Use this URL to cite or link to this record in EThOS: https://ethos.bl.uk/OrderDetails.do?uin=uk.bl.ethos.733895
Title: Policing protest in an age of austerity : how the Metropolitan Police Service (MPS) responded to anti-austerity movements after the financial crash
Author: O'Sullivan, Aidan
ISNI:       0000 0004 6496 3068
Awarding Body: University of Liverpool
Current Institution: University of Liverpool
Date of Award: 2017
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Abstract:
The research examined the response of the Metropolitan Police Service (MPS) to anti-austerity protests in London following the financial crisis of 2008 and the election of the Conservative-Liberal Democrat coalition government in 2010. Research began in the wake of prevalent controversies at the time around how the police deployed force against demonstrators including the use of containment of large crowds for a substantial length of time and the death of a member of the public, Ian Tomlinson, after being struck with a baton during the G20 protests in 2009 (Rosie and Gorringe, 2009). There were also concerns around how the MPS gathered intelligence with Forward Intelligence Teams (FIT) accused of gathering and retaining data improperly (HAC, 2009), as well as emerging scandals of undercover officers amongst environmental and social justice campaigns (BBC, 2012a). These controversies led the police to innovate new methods of communication with protesters including liaison officers to mix in the crowd and explain police tactics for the day. This research investigated how the MPS deployed its different tactics which were grouped under the strategies of force, surveillance and negotiated management. Drawing primarily on writings on police culture it used a documentary analysis and a series of semi-structured interviews with MPS officers to examine how the police conceive of public order policing, anti-austerity protests and how their tactics were deployed and may change in the future. The conclusion ends with several interesting insights from the data. The most significant is how the police interviewees see little problem with how the MPS deploy surveillance. This is important as they recognise the controversy that can arise through the use of force. They tend to treat the recent moves towards liaison policing to replace the use of force at protests as the uppermost concern. They acknowledge the hostility that surveillance can engender in activists but see this as largely unavoidable and can be dismissive of civil liberty concerns. This is in contrast to the fact that the documentary analysis of policy recognises that the use of intelligence gathering needs to be proportionate (ACPO, 2010). It is also concerning in a time when there are several revelations around undercover officers embedded in environmental and social justice campaigns. This leads the research to recommend that any future research on public order policing must find a way to surmount the obstacle of gaining access to, and properly assessing, the role of undercover policing to complement research on overt forms of intelligence gathering on the day of the protest.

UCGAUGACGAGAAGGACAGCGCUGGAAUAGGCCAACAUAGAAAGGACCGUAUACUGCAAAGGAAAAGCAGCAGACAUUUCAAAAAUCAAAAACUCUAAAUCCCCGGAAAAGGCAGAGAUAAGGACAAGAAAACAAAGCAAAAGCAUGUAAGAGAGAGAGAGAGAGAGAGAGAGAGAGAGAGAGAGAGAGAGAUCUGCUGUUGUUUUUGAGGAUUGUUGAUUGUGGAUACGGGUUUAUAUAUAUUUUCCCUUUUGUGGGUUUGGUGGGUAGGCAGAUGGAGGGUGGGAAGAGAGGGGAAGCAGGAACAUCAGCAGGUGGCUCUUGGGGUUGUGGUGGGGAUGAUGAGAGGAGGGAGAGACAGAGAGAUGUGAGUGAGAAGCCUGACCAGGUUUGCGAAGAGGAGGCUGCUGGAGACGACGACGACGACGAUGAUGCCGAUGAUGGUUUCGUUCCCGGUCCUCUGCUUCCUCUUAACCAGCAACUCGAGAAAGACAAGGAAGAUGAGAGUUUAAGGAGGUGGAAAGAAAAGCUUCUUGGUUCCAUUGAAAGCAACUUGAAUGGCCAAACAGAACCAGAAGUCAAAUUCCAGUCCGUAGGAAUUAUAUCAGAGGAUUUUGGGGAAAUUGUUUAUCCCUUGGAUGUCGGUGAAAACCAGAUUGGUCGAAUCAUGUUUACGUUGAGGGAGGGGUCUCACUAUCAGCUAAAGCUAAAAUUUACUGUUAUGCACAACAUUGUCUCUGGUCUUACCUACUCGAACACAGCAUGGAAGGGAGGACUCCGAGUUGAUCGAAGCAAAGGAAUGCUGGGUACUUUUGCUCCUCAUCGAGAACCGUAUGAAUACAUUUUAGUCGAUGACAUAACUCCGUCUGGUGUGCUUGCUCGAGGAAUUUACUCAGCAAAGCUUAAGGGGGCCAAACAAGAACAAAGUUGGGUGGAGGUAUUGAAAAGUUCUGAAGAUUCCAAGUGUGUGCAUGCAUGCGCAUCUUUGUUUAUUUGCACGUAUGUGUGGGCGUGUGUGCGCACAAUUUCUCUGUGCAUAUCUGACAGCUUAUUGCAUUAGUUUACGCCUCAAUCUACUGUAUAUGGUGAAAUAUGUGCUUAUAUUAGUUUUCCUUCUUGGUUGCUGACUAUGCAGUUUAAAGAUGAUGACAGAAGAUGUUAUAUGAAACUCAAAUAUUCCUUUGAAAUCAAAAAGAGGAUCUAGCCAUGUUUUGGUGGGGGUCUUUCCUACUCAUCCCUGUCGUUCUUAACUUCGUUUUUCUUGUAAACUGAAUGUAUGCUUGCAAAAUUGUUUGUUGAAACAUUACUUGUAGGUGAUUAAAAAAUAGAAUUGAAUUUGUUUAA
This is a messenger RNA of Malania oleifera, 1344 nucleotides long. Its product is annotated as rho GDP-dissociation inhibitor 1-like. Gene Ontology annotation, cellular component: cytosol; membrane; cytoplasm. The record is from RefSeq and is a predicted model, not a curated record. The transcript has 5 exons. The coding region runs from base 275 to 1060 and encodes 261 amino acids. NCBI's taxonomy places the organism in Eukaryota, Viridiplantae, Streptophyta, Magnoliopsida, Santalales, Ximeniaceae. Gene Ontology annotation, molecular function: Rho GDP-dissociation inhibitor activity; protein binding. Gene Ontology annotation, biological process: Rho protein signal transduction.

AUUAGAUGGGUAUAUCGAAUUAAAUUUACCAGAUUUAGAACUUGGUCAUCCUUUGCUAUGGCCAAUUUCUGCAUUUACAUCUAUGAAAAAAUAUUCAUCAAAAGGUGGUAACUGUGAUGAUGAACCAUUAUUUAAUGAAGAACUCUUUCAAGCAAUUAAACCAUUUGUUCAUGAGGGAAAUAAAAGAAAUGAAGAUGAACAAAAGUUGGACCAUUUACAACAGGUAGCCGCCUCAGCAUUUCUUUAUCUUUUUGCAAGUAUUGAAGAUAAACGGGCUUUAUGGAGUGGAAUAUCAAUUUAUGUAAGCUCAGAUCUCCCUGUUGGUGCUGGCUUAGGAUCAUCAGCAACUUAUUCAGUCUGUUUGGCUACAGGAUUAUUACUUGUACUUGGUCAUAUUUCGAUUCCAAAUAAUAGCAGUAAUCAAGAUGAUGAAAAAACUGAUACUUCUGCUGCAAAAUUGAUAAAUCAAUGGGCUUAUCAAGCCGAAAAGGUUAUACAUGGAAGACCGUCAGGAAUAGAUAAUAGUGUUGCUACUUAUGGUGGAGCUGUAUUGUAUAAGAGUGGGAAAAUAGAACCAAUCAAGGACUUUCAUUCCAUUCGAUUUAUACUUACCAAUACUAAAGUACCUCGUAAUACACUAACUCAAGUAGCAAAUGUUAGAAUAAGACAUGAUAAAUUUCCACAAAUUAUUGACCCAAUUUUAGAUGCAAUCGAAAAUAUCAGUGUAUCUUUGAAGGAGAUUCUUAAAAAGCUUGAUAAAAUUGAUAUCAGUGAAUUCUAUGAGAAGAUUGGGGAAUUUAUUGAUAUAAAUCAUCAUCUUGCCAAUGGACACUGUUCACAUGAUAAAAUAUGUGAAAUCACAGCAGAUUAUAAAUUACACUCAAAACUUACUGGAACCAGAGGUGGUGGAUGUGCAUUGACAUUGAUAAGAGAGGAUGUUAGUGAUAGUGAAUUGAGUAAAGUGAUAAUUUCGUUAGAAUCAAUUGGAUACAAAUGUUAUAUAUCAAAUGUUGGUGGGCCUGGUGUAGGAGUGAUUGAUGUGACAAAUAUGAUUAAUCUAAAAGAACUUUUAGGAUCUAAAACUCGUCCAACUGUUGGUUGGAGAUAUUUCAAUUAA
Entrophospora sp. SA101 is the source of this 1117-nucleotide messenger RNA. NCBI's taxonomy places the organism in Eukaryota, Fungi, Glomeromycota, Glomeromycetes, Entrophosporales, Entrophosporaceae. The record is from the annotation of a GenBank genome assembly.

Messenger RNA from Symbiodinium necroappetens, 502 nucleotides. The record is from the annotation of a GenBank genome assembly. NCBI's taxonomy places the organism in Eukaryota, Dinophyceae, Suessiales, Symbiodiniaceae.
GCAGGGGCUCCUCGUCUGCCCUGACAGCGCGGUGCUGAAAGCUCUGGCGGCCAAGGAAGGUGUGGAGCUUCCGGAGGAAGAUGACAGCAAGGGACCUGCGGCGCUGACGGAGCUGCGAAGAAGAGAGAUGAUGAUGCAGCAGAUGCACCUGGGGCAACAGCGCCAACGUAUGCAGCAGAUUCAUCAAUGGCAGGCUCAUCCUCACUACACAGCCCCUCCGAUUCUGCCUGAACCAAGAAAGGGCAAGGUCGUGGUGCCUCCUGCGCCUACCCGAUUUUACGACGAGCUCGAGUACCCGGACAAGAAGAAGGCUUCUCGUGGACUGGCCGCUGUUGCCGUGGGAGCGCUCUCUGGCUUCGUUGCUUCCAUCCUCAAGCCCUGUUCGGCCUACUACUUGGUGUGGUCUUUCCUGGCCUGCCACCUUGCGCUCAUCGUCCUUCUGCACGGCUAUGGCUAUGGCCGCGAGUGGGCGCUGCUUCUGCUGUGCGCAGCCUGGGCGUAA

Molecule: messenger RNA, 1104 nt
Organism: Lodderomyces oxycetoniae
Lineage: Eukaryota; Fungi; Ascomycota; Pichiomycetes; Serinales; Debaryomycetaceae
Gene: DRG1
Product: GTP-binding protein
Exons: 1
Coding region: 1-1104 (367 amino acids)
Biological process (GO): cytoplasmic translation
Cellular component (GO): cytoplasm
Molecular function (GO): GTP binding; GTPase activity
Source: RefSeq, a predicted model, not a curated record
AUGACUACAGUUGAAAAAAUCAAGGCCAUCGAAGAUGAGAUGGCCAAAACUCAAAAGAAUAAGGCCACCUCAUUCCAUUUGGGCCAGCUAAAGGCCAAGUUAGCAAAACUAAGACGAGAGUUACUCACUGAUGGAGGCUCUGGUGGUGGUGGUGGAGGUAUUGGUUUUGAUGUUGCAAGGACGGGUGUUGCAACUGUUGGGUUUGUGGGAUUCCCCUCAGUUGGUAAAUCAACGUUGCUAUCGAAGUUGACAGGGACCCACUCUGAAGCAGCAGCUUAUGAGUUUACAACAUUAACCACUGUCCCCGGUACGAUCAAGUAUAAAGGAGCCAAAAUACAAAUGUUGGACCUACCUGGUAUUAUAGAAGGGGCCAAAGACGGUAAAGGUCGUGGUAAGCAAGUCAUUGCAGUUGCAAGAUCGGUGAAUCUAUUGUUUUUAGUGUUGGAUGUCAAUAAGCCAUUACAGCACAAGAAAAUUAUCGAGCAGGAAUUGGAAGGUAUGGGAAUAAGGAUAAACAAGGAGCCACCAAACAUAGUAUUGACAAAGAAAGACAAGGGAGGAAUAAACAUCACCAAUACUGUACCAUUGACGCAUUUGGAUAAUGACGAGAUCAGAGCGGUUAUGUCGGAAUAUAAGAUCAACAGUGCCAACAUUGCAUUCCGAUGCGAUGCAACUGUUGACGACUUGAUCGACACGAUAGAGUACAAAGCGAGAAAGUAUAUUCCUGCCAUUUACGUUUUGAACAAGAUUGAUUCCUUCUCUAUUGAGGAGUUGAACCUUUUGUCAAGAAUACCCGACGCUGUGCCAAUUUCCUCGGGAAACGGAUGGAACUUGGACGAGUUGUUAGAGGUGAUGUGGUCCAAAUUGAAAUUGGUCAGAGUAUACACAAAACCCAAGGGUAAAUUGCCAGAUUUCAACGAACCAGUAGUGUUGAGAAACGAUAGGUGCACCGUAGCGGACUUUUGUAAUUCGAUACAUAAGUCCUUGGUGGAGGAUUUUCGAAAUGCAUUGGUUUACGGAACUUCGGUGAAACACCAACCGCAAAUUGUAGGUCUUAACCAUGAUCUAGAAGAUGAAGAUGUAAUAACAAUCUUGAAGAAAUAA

Supervisor: Godfrey, B. ; McGarry, S. R. Sponsor: Not available
Qualification Name: Thesis (Ph.D.) Qualification Level: Doctoral
EThOS ID: uk.bl.ethos.733895  DOI:
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